At exabyte levels, data gravity exerts an enormous pull. This sucks

I spoke recently to Michael Tso, Cloudian CEO, about the consequences of exabyte-level object stores. Exabyte-level data egress from the public cloud could take years, he told me, and cost a million dollars-plus in egress fees. There’s lock-in and then there’s throwaway the key lock-in.

Supercomputers are already approaching exascale, meaning compute exaflops and also, quite likely, storage at the exabyte level. How far behind are enterprise installations?

Michael Tso

Cloudian has “multiple customer sites designed for Exabyte scale,” Tso said. “Not all are at the exabyte level yet but we have one knocking at the door.”

Customers will not arrive at the exabyte level in one go, according to Tso. Consider this: an exabyte of capacity entails buying, deploying and managing one million 10TB disk drives (HDDs), 500,000 x 20TB HDDs or 750,000 14TB drives. There will be a continuous need to add new capacity, physically deliver, rack-up, cable, power and cool, and bring on-line disk chassis.

There will be drives of different capacities in the population, because drive capacities rise over time, and different drive types, with SSDs, also in different capacities, added to disk drives as fast object stores become needed. The system will be multi-tiered.

It will therefore be crucial to ensure that the management of disk drive populations of 500,000 drives and up is practicable – no-one wants to spend their days removing failed drives and adding new ones. On-premises management difficulties will scale up enormously unless drive-level management approaches are superseded.

Disk failures and upgrades

In a population of 500,000, some drives will inevitably fail. For example cloud backup storage provider Backblaze in 2019 reported a 1.89 per cent annualised HDD failure rate with a population of 122,507 drives. That translates into 2,316 drives failing over the course of the year, about six or seven each day. Scale this example to 750,000 drives and 14,175 drives will fail in a year, about 39 per day.

It gets worse. You will need to add new drives as well as replace failed ones. Tso said: “The data will outlive the hardware. The system will be continuously renewing. You will be continuously adding new hardware.“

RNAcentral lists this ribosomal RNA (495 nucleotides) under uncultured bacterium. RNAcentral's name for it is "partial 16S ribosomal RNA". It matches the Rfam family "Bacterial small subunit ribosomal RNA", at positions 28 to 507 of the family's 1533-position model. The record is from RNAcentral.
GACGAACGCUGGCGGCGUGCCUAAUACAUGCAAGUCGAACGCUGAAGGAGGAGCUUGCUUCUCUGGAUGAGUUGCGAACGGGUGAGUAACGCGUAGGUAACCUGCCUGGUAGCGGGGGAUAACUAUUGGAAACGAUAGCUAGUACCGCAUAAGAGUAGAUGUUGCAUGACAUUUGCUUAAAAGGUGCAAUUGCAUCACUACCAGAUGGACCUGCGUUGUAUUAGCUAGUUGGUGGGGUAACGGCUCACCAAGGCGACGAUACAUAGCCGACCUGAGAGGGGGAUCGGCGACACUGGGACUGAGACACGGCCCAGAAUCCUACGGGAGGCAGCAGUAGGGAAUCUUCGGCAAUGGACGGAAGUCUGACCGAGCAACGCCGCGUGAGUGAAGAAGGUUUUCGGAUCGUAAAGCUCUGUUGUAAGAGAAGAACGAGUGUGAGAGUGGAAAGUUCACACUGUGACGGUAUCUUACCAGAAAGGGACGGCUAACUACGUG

Storage at that scale is constantly upgrading. If your exabyte data store is growing at 1PB per week, you will be adding 50 drives a week. If it grows at 1PB a day then you will add 50 HDDs and replace 39 failed drives every day.

These illustrations show that it is not possible to manage exabyte data stores at the individual drive level. They store must managed at multiple-drive, chassis levels. Hold that thought while we look at data gravity.

Public cloud data gravity

Suppose you have an exabyte of S3 object storage in Amazon, or as blobs in Azure. You decide the cost is too great and you want to repatriate it. How long will it take and how much will it cost in egress fees?

Tso provided a data migration time taken vs network speed table.

Data Migration time and network speed table

It will take two-and-a-half years using a 100Gbit/s link, and an astonishing 25 years with a 10Gbit/s link. And the egress fees will be astronomical.

With Azure, outbound (egress) charges can be reduced by using Azure’s Content Delivery Network (CDN), with an example cost of $0.075/GB in a rate band of 10 – 50TB/month. Let’s apply that price to moving 1EB – one million GB – out of Azure. It will cost $1.5 million, a ransom on its own.

“At that [exabyte] scale a customer’s data is not that portable,” says Tso. “When people have more than 10PB of data, data migration is not a topic; it’s not possible…. It’s data gravity…[after a certain size] gravity dictates everything.”